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Installation instruction for Rosetta are found here:
Rosetta is an optional install that allows Intel microprocessor Macs (Macs built in 2006 and newer) to run programs originally created for PowerPC microprocessor Macs (basically Macs 1998-2005).
OS X 10.6 'Snow Leopard' is the last version of OS X that will support Rosetta.
Check to see if the driver downloads HP offers are newer than the ones on the install disc. The downloads are from early 2008, and specifically say they're for OS X 10.5 only.
http://h20000.www2.hp.com/bizsupport/TechSupport/SoftwareDescription.jsp?lang=en &cc=us&prodTypeId=18972&prodSeriesId=1161389&swItem=ma-58935-1&prodNameId=114078 0&swEnvOID=219&swLang=8&taskId=135&mode=4&idx=3
If they don't work, it's probably time to invest in a newer all-in-one printer.
It seems like you're suggesting that the original drivers for the LJ 3055 were actually written for the pre-Intel Macs and that's why I was prompted to install Rosetta when I recently tried to use the original software installation CD (from HP) with Snow Leopard.
Not exactly. The Full Software Solutions package is a "Universal Binary," meaning that the software it installs should support both Power PC (pre-Intel) & Intel Macs. The description says, "It supports OS X 10.3, OS X 10.4 (Power PC and Intel Core)." There is also a "Release for Mac OS X 10.5" on the downloads page & its description says, "It supports OS 10.5x only (Power PC and Intel Core)." It looks like HP intended for 10.5 users to install first the Full Software Solutions package & then the "Release for Mac OS X 10.5" to update the software for 10.5 compatibility.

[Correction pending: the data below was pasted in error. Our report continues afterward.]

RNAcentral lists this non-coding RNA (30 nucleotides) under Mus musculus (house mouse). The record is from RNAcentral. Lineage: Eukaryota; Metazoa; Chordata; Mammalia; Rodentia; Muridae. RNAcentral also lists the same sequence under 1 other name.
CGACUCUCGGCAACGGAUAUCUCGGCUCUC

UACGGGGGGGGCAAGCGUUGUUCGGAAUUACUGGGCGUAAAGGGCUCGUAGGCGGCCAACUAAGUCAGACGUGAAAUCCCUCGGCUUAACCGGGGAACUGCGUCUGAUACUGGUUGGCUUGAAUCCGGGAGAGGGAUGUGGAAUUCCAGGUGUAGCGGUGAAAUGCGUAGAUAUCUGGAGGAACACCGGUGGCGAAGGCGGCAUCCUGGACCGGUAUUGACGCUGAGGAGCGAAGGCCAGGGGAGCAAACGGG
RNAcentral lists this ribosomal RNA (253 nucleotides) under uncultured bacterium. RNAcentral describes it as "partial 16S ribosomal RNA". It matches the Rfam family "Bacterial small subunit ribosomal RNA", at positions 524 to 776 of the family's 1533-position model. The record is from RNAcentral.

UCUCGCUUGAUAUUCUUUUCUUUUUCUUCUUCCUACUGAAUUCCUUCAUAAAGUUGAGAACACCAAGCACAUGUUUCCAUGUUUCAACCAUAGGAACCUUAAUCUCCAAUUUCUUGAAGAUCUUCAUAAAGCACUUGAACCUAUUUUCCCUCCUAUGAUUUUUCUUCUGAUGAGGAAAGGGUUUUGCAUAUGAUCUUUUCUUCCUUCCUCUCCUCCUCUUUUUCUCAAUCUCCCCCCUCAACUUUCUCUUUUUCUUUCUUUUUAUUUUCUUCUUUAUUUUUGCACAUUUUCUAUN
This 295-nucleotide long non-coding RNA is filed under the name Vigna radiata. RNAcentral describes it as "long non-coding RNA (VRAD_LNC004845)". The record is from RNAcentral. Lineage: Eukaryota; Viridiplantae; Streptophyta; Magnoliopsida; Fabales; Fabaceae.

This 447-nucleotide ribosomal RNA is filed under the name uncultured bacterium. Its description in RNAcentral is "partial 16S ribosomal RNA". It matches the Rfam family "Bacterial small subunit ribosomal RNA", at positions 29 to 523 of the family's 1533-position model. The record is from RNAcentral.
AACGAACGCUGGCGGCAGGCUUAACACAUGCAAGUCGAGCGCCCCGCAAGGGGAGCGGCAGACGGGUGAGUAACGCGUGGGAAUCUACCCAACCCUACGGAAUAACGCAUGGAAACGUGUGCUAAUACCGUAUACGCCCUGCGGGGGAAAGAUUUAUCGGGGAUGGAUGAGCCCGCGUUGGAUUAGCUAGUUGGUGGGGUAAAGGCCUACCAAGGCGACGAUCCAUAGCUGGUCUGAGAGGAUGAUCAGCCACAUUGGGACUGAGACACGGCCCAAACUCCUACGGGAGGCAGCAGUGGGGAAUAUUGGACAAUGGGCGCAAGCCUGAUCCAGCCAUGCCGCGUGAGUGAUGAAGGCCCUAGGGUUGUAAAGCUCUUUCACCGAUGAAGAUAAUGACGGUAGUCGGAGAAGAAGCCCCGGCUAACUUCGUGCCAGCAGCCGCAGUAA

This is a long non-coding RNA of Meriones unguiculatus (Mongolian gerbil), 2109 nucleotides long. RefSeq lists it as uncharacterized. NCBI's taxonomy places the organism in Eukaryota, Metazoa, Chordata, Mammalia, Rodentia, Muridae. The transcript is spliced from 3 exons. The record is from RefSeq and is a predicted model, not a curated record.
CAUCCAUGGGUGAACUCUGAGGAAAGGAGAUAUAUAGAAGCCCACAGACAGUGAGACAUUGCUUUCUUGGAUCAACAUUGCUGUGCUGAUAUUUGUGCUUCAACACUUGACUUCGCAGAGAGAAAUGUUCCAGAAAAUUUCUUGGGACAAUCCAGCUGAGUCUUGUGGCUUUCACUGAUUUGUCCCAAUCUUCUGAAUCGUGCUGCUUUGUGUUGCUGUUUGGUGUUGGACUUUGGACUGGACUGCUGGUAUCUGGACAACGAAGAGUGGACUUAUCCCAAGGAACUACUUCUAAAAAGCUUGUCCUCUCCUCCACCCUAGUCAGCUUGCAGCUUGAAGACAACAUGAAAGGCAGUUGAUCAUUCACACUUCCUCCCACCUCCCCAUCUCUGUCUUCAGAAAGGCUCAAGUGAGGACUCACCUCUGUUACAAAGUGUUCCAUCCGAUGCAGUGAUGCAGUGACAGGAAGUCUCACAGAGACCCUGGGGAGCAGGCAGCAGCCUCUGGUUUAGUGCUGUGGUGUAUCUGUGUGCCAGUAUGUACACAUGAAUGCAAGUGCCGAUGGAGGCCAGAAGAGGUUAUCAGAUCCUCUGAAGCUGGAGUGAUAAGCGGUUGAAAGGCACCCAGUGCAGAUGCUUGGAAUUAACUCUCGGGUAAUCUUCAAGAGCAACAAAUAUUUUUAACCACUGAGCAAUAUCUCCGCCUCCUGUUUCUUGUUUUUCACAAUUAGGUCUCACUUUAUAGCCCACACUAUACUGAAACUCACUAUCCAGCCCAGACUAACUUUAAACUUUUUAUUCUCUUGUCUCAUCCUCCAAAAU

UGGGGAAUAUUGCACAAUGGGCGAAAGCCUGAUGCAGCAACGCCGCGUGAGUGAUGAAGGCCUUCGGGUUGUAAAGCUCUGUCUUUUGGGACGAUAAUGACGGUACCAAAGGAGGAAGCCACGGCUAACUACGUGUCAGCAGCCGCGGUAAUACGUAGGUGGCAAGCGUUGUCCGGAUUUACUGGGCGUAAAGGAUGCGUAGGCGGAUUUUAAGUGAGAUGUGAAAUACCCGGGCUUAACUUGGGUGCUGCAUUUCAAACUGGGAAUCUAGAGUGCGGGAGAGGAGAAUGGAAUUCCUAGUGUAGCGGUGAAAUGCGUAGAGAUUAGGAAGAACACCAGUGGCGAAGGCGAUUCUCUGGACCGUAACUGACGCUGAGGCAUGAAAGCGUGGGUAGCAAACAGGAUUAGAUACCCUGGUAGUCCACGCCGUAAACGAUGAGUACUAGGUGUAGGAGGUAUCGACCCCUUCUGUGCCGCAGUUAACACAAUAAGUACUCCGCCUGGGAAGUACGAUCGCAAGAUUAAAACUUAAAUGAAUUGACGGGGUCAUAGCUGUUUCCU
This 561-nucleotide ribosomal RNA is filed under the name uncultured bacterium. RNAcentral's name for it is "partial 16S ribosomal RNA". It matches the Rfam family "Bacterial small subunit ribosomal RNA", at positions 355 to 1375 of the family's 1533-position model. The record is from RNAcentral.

So the main issue is if any of this will support Snow Leopard (10.6). If HP support can't tell you that, the only way to find out is to install it & see. If, when you try to open the installer, it tells you that you need to install Rosetta, do that. (It can't hurt to have Rosetta installed.)
It may be asking for Rosetta because the installer itself and/or some of the software other than the drivers in the full package are not universal & so must run under Rosetta emulation. (An installer is a program that installs various software. Don't confuse it with the software it installs.)
Regarding Apple creating its own drivers for third party products, it doesn't do that. It often works with OEM's to adapt, update, & distribute their drivers with OS X, but the actual code is supplied by the OEM. Unfortunately, it is all too common that an OEM won't update the software for an older model, so I'm afraid that is a dead end for you.